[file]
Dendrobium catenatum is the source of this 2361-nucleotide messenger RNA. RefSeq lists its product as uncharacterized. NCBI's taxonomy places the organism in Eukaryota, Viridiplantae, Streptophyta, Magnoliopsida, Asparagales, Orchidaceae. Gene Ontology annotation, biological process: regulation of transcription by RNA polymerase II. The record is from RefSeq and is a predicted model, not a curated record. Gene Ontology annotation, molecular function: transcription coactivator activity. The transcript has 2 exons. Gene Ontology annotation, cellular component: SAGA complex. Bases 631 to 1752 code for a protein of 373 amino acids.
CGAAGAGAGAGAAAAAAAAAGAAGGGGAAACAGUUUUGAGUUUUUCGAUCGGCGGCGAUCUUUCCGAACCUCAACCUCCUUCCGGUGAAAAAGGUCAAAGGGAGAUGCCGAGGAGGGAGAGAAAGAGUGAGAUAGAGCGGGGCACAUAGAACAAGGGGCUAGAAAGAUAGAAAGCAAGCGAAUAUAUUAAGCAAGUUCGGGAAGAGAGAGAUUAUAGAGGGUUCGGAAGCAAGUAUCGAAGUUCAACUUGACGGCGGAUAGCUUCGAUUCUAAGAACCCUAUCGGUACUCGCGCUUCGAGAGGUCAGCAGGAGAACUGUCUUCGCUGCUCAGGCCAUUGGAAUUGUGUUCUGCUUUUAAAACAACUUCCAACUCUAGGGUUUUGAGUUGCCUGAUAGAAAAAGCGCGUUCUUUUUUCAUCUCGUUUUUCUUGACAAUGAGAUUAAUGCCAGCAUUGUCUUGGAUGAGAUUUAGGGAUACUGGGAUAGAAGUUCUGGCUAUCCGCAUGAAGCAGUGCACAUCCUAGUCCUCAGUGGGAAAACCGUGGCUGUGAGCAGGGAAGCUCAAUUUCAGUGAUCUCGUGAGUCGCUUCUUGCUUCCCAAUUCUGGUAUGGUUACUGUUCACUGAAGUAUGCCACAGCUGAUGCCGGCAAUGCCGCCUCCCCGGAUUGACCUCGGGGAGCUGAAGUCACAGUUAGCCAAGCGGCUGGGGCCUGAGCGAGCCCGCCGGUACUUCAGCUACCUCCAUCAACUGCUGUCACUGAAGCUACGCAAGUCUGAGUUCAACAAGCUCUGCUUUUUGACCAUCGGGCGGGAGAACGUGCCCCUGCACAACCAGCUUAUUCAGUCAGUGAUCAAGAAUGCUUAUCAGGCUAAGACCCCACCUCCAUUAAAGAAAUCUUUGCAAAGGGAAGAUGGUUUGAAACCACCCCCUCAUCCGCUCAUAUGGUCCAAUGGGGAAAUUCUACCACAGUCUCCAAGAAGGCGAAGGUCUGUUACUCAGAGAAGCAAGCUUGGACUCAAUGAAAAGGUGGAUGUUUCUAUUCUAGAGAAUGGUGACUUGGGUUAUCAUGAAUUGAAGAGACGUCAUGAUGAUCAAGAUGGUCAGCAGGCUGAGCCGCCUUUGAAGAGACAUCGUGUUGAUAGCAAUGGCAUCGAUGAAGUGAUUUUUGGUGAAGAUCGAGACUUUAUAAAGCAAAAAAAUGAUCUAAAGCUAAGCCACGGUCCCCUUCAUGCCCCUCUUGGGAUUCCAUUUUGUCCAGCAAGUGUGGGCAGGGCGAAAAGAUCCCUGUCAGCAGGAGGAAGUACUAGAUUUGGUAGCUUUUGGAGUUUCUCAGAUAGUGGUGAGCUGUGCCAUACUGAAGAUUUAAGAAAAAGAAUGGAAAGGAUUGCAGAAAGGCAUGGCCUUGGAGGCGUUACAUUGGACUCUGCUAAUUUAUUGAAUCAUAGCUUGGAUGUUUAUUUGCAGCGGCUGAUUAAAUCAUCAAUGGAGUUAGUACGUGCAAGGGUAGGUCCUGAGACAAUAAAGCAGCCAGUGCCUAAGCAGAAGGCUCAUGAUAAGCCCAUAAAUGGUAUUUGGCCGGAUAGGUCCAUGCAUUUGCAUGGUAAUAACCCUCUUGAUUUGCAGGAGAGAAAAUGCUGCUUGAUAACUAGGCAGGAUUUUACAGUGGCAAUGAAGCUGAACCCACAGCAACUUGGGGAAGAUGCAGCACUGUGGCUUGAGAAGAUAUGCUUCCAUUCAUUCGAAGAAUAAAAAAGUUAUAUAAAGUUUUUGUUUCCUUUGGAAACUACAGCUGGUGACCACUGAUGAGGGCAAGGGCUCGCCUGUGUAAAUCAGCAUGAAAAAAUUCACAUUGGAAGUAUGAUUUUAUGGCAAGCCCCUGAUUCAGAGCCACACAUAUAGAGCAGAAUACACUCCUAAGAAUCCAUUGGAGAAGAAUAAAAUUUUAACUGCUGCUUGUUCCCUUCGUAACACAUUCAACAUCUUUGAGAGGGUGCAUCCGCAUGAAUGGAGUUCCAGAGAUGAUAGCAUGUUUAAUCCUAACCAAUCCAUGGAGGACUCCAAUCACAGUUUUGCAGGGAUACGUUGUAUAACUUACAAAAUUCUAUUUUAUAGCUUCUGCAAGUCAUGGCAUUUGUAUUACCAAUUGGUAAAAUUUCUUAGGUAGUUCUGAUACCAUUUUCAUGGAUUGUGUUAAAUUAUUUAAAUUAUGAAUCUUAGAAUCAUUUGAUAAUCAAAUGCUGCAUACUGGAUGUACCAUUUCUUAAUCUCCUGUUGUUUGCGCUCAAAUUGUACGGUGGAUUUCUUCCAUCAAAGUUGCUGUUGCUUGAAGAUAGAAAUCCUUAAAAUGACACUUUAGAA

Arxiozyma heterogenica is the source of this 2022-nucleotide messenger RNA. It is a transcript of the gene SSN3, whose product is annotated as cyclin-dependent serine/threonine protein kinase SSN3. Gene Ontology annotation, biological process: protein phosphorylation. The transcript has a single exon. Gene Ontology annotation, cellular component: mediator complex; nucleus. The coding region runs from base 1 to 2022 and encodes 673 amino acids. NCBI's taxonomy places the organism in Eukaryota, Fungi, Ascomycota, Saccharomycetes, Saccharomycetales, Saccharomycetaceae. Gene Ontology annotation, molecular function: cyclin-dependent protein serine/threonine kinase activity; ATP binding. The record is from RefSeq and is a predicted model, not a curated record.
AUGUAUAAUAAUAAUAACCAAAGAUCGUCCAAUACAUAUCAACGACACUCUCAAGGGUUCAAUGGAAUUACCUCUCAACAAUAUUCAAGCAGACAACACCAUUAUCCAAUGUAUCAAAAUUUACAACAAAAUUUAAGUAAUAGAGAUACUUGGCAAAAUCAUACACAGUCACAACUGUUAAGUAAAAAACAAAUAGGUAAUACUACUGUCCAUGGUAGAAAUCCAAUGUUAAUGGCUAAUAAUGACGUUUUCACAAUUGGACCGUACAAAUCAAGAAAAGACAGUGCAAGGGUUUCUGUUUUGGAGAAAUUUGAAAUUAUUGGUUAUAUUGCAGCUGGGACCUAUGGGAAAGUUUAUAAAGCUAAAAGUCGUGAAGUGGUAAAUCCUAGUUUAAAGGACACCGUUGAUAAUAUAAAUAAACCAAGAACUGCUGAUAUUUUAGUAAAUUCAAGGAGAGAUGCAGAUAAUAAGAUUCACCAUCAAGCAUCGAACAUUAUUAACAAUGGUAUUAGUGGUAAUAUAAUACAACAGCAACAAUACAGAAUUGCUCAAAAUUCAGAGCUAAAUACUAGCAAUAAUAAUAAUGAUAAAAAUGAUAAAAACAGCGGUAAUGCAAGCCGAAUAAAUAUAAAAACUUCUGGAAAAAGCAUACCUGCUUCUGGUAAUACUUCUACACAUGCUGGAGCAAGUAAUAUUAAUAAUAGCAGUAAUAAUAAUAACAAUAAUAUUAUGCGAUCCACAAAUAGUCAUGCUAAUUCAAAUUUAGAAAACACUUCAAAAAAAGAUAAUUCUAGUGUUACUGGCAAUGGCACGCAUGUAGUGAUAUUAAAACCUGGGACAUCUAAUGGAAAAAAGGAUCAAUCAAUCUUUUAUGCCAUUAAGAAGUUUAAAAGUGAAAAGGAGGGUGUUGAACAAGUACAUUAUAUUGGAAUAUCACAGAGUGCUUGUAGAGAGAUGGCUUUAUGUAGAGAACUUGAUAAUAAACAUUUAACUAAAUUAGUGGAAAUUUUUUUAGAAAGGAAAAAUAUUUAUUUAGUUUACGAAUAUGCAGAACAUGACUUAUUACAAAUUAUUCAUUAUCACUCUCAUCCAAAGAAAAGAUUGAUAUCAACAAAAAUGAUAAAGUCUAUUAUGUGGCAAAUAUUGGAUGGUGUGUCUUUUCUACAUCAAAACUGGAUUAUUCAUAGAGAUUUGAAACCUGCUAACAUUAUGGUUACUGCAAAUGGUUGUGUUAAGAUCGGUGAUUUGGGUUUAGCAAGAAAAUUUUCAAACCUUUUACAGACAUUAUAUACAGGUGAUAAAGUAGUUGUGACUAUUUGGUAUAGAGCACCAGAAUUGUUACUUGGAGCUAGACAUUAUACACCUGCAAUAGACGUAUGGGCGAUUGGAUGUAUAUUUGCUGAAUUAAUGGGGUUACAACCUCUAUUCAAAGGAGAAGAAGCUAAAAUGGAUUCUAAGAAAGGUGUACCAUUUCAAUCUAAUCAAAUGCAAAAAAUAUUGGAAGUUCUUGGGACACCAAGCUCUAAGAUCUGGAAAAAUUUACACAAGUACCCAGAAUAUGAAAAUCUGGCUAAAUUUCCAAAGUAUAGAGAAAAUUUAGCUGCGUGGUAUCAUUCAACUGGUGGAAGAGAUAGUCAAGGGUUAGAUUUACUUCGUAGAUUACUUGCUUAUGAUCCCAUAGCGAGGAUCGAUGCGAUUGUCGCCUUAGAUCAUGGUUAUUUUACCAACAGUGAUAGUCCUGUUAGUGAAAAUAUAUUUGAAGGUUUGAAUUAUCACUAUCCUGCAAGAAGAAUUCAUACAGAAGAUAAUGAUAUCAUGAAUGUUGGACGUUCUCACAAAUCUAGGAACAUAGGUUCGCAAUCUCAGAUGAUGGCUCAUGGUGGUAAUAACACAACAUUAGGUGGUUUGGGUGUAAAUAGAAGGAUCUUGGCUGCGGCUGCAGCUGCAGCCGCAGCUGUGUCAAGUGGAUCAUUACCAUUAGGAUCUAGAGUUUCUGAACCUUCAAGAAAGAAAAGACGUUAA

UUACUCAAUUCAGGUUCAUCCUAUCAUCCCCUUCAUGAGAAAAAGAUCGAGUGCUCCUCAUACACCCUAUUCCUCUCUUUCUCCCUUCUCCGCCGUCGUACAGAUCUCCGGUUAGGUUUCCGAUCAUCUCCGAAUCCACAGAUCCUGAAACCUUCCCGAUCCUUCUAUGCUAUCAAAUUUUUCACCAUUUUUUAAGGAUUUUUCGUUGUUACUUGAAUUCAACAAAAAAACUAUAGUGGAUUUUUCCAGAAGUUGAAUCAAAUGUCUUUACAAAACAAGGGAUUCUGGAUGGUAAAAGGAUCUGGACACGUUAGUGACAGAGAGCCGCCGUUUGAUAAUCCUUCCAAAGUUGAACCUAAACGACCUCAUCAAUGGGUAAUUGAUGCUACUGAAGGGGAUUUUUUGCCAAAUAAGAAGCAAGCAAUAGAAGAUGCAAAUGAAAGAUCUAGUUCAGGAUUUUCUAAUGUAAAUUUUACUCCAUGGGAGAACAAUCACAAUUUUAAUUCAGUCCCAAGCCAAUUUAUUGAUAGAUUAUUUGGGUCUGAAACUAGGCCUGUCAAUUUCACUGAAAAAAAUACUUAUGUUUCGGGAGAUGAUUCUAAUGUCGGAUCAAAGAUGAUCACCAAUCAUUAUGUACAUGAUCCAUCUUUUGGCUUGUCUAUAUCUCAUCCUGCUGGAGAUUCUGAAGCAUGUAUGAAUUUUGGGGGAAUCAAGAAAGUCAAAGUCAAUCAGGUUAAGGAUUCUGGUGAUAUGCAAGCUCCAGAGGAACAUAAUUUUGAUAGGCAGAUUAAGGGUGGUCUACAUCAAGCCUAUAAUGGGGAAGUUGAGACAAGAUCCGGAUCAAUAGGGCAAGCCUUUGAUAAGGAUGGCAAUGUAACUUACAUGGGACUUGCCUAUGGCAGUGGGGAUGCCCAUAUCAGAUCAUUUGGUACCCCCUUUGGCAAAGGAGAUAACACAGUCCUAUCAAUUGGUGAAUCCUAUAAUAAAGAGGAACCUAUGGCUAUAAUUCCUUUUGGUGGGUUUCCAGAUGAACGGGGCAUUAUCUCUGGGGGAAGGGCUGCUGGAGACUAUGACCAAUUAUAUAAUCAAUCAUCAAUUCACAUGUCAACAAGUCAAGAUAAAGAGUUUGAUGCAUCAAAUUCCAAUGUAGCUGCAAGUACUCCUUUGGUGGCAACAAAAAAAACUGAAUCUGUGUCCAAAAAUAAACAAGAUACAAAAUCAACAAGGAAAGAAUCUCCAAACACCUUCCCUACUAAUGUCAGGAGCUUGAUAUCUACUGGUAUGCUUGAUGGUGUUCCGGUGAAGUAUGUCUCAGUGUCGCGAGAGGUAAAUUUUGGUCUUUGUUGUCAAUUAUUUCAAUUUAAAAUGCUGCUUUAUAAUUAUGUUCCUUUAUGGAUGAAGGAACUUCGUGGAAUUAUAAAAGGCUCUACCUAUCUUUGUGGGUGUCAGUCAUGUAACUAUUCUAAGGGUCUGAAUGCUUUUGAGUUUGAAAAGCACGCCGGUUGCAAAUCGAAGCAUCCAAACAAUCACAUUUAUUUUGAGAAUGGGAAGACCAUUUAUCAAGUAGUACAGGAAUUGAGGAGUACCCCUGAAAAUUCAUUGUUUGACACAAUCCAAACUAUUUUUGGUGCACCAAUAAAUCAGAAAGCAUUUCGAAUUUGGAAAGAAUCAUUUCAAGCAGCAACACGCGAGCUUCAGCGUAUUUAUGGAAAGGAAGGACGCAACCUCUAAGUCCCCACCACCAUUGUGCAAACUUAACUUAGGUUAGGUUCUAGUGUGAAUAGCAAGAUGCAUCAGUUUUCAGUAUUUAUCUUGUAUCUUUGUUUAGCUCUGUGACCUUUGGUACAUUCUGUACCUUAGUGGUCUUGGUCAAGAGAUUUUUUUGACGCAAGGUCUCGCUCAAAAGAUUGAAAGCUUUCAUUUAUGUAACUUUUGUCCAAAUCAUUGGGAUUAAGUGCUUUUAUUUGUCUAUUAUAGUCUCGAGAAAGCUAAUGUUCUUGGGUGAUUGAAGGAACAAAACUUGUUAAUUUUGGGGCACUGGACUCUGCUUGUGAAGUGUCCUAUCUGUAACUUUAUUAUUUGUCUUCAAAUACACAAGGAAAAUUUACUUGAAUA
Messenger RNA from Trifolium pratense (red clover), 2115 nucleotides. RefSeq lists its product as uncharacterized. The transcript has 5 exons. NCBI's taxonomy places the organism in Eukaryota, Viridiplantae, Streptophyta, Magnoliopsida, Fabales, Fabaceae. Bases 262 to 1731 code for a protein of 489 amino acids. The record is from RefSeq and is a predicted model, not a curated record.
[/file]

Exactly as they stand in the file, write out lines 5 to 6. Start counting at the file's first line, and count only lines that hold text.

UUACUCAAUUCAGGUUCAUCCUAUCAUCCCCUUCAUGAGAAAAAGAUCGAGUGCUCCUCAUACACCCUAUUCCUCUCUUUCUCCCUUCUCCGCCGUCGUACAGAUCUCCGGUUAGGUUUCCGAUCAUCUCCGAAUCCACAGAUCCUGAAACCUUCCCGAUCCUUCUAUGCUAUCAAAUUUUUCACCAUUUUUUAAGGAUUUUUCGUUGUUACUUGAAUUCAACAAAAAAACUAUAGUGGAUUUUUCCAGAAGUUGAAUCAAAUGUCUUUACAAAACAAGGGAUUCUGGAUGGUAAAAGGAUCUGGACACGUUAGUGACAGAGAGCCGCCGUUUGAUAAUCCUUCCAAAGUUGAACCUAAACGACCUCAUCAAUGGGUAAUUGAUGCUACUGAAGGGGAUUUUUUGCCAAAUAAGAAGCAAGCAAUAGAAGAUGCAAAUGAAAGAUCUAGUUCAGGAUUUUCUAAUGUAAAUUUUACUCCAUGGGAGAACAAUCACAAUUUUAAUUCAGUCCCAAGCCAAUUUAUUGAUAGAUUAUUUGGGUCUGAAACUAGGCCUGUCAAUUUCACUGAAAAAAAUACUUAUGUUUCGGGAGAUGAUUCUAAUGUCGGAUCAAAGAUGAUCACCAAUCAUUAUGUACAUGAUCCAUCUUUUGGCUUGUCUAUAUCUCAUCCUGCUGGAGAUUCUGAAGCAUGUAUGAAUUUUGGGGGAAUCAAGAAAGUCAAAGUCAAUCAGGUUAAGGAUUCUGGUGAUAUGCAAGCUCCAGAGGAACAUAAUUUUGAUAGGCAGAUUAAGGGUGGUCUACAUCAAGCCUAUAAUGGGGAAGUUGAGACAAGAUCCGGAUCAAUAGGGCAAGCCUUUGAUAAGGAUGGCAAUGUAACUUACAUGGGACUUGCCUAUGGCAGUGGGGAUGCCCAUAUCAGAUCAUUUGGUACCCCCUUUGGCAAAGGAGAUAACACAGUCCUAUCAAUUGGUGAAUCCUAUAAUAAAGAGGAACCUAUGGCUAUAAUUCCUUUUGGUGGGUUUCCAGAUGAACGGGGCAUUAUCUCUGGGGGAAGGGCUGCUGGAGACUAUGACCAAUUAUAUAAUCAAUCAUCAAUUCACAUGUCAACAAGUCAAGAUAAAGAGUUUGAUGCAUCAAAUUCCAAUGUAGCUGCAAGUACUCCUUUGGUGGCAACAAAAAAAACUGAAUCUGUGUCCAAAAAUAAACAAGAUACAAAAUCAACAAGGAAAGAAUCUCCAAACACCUUCCCUACUAAUGUCAGGAGCUUGAUAUCUACUGGUAUGCUUGAUGGUGUUCCGGUGAAGUAUGUCUCAGUGUCGCGAGAGGUAAAUUUUGGUCUUUGUUGUCAAUUAUUUCAAUUUAAAAUGCUGCUUUAUAAUUAUGUUCCUUUAUGGAUGAAGGAACUUCGUGGAAUUAUAAAAGGCUCUACCUAUCUUUGUGGGUGUCAGUCAUGUAACUAUUCUAAGGGUCUGAAUGCUUUUGAGUUUGAAAAGCACGCCGGUUGCAAAUCGAAGCAUCCAAACAAUCACAUUUAUUUUGAGAAUGGGAAGACCAUUUAUCAAGUAGUACAGGAAUUGAGGAGUACCCCUGAAAAUUCAUUGUUUGACACAAUCCAAACUAUUUUUGGUGCACCAAUAAAUCAGAAAGCAUUUCGAAUUUGGAAAGAAUCAUUUCAAGCAGCAACACGCGAGCUUCAGCGUAUUUAUGGAAAGGAAGGACGCAACCUCUAAGUCCCCACCACCAUUGUGCAAACUUAACUUAGGUUAGGUUCUAGUGUGAAUAGCAAGAUGCAUCAGUUUUCAGUAUUUAUCUUGUAUCUUUGUUUAGCUCUGUGACCUUUGGUACAUUCUGUACCUUAGUGGUCUUGGUCAAGAGAUUUUUUUGACGCAAGGUCUCGCUCAAAAGAUUGAAAGCUUUCAUUUAUGUAACUUUUGUCCAAAUCAUUGGGAUUAAGUGCUUUUAUUUGUCUAUUAUAGUCUCGAGAAAGCUAAUGUUCUUGGGUGAUUGAAGGAACAAAACUUGUUAAUUUUGGGGCACUGGACUCUGCUUGUGAAGUGUCCUAUCUGUAACUUUAUUAUUUGUCUUCAAAUACACAAGGAAAAUUUACUUGAAUA
Messenger RNA from Trifolium pratense (red clover), 2115 nucleotides. RefSeq lists its product as uncharacterized. The transcript has 5 exons. NCBI's taxonomy places the organism in Eukaryota, Viridiplantae, Streptophyta, Magnoliopsida, Fabales, Fabaceae. Bases 262 to 1731 code for a protein of 489 amino acids. The record is from RefSeq and is a predicted model, not a curated record.